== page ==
Damien Chazelle’s awards season darling (in particular for its best supporting actor Oscar shoe-in) arrives laden with expectations beyond its own modest means. That it’s unable to meet them shouldn’t necessarily mark this out as typical of darlings of such ceremonies, where voters are seduced by surface detail, or an idea rather than actual quality. Whiplash wears its love and understanding of music on its sleeve, whereas, for example, science whizz flicks The Theory of Everything and The Intimidation Game are left looking tone deaf in respect of their own specialised subjects. Where the film flounders is redirecting a tale that unfolds, in the first part, in a loose but compelling fashion into one that is overly schematic.
Like the eccentric Frank, Whiplash is a film about the gulf between aspiration and success. But where Frank considers the elusiveness of the creative urge, and the responses it kindles in those without it, Whiplash posits, through its tutor-Nazi, that talent is only truly actualised through hard, harsh, painful, graft; blood, sweat, tears and most probably vomit and entrails to boot.
Chazelle’s picture has an autobiographical element; as a member of the Princeton High School jazz band, he experienced both an overbearing instructor and a deleteriously competitive atmosphere. He has (understandably) amped up the sheer venom and animosity of Shaffer Conservatory music school teacher Terence Fletcher (J K Simmons). He becomes a malevolent monster, raining down blows both verbal and physical upon his students. It’s more dramatic that way, and there are more fireworks. It’s difficult to believe, however, that someone partial to such wanton abuse would have gone unchecked for very long in the current system.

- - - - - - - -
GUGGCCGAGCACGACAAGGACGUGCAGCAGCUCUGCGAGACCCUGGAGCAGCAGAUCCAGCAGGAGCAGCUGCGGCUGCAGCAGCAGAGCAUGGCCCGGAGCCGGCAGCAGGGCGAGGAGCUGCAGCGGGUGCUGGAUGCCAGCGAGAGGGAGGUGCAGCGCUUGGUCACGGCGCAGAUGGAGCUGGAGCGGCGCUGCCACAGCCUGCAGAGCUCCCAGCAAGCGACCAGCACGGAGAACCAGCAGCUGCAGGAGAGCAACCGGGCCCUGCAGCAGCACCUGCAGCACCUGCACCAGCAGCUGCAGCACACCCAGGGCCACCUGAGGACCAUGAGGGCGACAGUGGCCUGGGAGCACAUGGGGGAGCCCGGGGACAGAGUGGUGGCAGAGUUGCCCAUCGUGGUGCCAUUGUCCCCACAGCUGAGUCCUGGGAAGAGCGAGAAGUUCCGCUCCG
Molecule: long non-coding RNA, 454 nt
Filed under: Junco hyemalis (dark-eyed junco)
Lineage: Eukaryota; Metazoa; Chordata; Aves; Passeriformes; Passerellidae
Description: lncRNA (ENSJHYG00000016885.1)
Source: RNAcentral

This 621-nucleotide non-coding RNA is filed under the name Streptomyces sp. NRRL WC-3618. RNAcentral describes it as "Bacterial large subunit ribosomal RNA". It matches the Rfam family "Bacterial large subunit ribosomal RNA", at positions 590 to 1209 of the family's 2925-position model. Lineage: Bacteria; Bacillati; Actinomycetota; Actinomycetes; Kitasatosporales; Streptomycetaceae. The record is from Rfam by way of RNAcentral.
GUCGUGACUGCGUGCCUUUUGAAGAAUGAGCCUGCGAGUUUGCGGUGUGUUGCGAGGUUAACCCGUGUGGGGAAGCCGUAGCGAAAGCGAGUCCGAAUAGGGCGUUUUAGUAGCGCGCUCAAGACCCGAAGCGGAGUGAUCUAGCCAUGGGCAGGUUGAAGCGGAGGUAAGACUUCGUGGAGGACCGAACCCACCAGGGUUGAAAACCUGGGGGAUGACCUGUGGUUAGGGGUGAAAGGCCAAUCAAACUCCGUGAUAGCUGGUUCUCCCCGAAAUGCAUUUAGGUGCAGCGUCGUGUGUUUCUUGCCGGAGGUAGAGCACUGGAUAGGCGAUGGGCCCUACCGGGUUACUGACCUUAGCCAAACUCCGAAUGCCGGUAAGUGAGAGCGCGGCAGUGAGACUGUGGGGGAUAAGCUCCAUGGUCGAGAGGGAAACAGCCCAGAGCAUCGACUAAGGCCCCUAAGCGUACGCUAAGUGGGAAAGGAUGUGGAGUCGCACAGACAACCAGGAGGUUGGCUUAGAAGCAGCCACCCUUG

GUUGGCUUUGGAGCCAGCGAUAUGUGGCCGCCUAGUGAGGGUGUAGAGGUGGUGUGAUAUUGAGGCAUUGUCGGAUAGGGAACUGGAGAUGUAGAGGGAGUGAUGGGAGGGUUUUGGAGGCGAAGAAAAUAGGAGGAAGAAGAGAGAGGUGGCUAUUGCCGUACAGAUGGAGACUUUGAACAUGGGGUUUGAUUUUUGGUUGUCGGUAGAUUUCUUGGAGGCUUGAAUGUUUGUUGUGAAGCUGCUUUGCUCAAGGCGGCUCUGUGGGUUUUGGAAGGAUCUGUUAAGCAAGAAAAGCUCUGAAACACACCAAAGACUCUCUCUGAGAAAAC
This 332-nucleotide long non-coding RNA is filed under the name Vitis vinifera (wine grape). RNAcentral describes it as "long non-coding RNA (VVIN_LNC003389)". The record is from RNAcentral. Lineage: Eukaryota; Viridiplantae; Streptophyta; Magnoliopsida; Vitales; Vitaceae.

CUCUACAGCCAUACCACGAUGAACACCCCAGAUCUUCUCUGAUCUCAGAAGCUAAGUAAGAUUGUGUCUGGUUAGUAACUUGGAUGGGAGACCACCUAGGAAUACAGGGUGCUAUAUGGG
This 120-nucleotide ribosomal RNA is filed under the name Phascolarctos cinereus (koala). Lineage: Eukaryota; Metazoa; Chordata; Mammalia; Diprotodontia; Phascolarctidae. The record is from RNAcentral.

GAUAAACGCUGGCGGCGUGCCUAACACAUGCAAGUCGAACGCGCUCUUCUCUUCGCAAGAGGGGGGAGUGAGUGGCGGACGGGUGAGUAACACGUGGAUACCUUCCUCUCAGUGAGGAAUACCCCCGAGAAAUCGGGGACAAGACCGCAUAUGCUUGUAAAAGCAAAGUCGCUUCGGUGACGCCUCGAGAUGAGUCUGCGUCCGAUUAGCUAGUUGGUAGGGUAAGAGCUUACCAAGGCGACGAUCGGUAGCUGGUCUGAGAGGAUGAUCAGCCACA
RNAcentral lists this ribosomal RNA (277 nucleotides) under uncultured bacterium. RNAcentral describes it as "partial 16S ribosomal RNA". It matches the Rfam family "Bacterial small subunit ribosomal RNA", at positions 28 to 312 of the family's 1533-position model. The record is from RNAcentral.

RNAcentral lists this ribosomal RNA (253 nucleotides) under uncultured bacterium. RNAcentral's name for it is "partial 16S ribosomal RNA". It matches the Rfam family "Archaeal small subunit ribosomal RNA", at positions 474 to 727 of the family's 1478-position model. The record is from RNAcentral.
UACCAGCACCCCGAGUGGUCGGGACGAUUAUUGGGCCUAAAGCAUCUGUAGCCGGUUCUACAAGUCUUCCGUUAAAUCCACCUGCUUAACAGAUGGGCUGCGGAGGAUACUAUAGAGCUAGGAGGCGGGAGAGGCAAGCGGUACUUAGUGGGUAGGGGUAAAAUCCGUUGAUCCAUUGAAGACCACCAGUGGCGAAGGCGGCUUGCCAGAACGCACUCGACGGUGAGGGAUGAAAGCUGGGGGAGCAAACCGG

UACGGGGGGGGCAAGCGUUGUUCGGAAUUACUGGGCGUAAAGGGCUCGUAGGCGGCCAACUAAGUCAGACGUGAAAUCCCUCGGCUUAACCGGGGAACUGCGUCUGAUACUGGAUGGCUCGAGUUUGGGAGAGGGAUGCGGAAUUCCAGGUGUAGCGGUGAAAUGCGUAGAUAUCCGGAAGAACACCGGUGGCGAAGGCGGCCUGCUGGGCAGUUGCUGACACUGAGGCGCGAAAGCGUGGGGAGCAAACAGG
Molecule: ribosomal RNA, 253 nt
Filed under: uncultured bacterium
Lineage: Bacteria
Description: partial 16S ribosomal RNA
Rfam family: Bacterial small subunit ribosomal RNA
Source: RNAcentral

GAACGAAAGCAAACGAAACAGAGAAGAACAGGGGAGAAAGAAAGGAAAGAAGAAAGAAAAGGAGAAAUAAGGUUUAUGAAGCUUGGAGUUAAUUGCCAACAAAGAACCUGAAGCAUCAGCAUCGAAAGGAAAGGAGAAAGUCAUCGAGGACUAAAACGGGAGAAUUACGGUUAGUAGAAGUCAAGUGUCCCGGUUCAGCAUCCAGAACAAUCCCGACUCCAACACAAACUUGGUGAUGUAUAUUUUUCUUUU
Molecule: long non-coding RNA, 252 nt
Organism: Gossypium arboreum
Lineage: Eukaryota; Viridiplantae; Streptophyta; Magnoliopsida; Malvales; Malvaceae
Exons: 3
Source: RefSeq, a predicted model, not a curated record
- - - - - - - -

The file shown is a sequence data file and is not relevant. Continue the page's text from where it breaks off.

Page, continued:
Simmons is a mesmerising presence; chrome-domed, dressed in black, his eyes and neck veins bulging with each new splenetic character assassination. He’s Fame’s Mr Shorofsky caught in a teleportation machine with R Lee Ermy’s Full Metal Jacket drill instructor. The challenge Chazelle sets himself is take the audience from mystification at why anybody would willingly undergo such vile treatment (probably not so difficult to process if you’ve seen Ramsay’s Kitchen Nightmares) to understanding the students’ perspective (namely Mile Teller’s dedicated drummer Andrew Neiman), whereby they really buy into the bullshit philosophy Fletcher spouts (“There are no two words in the English language more harmful than, ‘Good job’”).
Indeed, Chazelle appears torn by the sheer charisma of his creation. In some respects, the movie should have finished when Andrew, having fully lapped up Fletcher’s (terribly obvious and low-brow) psychological manipulation, crashes his rental car en route to a performance. Bloodied and concussed, he reaches the venue but is unable to deliver in his broken state. Fletcher tells him he’s through, and in an uncontrollable rage Andrew attacks him, giving the bully the beating he deserves (at least, in cathartic terms). Andrew has surrendered everything to become one of Fletcher’s sheep. He takes the tutor’s abusive references to his absent mother and complacent but well-meaning father (Paul Reiser) on the chin. He breaks off with the cute girl from the cinema popcorn counter (Melissa Benoist), as she will be a distraction from his work.
Andrew dedicates himself to breaking point, his fingers bleeding, barely able to hold his drumsticks, his body contorted into the unbecoming expression of one stroking out, or in the grip of a monumentally difficult bowel movement. We wonder throughout, is this worth it? And yet, when there are slivers of recognition, we are with him in his achievement. So much so that we rebuke him for allowing that smile of triumph, or the arrogance of his supposed superiority over his peers, not only because such pride comes before a fall, but also because it will unleash the next cruel test from Fletcher.